CRA/LA
contact us
   
About UsMeetings & AgendasDevelopment OpportunitiesProject Areas
artist list

       Facts At A Glance

  • CRA/LA’S commitment to public art began over 40 years ago.
  • Over 200 art projects in 21 redevelopment project areas have been completed to date.
  • California Plaza developers met their art requirement by building a $23 million facility for the Museum of Contemporary Art.

Art Projects
by Artist / Organization
by Redevelopment Area

Tours, Maps, & Neighborhood Guides
Audio Tours & Walking Tour Maps
Neighborhood Public Art Guides

Opportunities
Current RFPs/RFQs
Mailing Lists

Policy, Guides & Publications
Art Policy
Developer Guide
Art Program Guide
Art Plan Form
Placemaking Brochure
Art and Culture Reports

Advisory Panels

Contact Art Program

*NEW* Arts Resources

 \\Commonspot\internet-site\images\bullet1 Art Projects
 
Shinkichi Tajiri
Friendship Knot
1981


Project Area: Little Tokyo
Project: Weller Court
Project Location: NW corner of Second Street and San Pedro (southwest corner)
Project Type: Developer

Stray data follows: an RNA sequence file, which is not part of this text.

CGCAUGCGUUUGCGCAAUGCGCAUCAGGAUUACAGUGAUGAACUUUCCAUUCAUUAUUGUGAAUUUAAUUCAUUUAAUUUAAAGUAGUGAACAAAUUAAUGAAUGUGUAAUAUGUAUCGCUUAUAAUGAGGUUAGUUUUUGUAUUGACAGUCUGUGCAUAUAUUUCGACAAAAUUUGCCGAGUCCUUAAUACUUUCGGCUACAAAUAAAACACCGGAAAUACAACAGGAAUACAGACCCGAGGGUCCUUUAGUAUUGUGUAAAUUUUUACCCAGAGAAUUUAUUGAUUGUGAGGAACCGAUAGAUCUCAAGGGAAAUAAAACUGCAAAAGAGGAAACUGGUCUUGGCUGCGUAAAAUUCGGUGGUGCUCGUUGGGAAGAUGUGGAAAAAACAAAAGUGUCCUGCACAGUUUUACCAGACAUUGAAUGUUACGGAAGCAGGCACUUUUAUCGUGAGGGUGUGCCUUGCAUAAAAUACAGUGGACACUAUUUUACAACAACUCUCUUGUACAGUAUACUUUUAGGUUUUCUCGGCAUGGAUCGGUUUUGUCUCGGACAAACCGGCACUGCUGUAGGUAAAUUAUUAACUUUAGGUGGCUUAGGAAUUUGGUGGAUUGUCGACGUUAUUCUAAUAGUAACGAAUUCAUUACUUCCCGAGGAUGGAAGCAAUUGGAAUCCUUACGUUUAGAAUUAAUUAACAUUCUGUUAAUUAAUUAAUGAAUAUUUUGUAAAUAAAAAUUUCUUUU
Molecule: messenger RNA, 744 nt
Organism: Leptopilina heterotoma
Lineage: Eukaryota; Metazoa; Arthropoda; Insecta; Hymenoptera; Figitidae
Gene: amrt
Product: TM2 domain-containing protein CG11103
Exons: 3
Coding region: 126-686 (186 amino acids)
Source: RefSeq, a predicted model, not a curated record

Description:

The presence of a tall white sculpture dominates the street entrance to Weller Court Plaza. This painted white fiberglass sculpture depicts the shape of a deceptively simple knot. The sculpture's dramatic design is both a focal point for Astronaut Ellison S. Onizuka Street and a welcome symbol for Weller Court by evoking ideas of reconciliation and "unity between two cultures."
Overview Image
 
detail
 

Artist Profile

A son of Japanese parents, Shinkichi Tajiri (1923-2009) was a sculptor who was born in Los Angeles and grew up in San Diego, California.  Tajiri is world-renowned for his friendship knots, which can be found all over the world including sites such as the Japanese American National Museum, Los Angeles; Rockefeller Foundation, New York; and Bryeres, France.  In 1953, the artist's work came to the attention of COBRA, an art group of revolutionary experimental artists and protestors from Copenhagen, Brussels, and Amsterdam.  The Dutch group was drawn to Tajiri’s works and labeled him an abstract surrealist.  Later in 1964, the artist and his family moved to Minnesota to the Art Institute of Minneapolis where he had a one-year visiting professorship with Arnold Herstand.  During this time, Tajiri completed 25 bronze sculptures for an exhibit and created a monumental sculpture for St. Paul, Minnesota.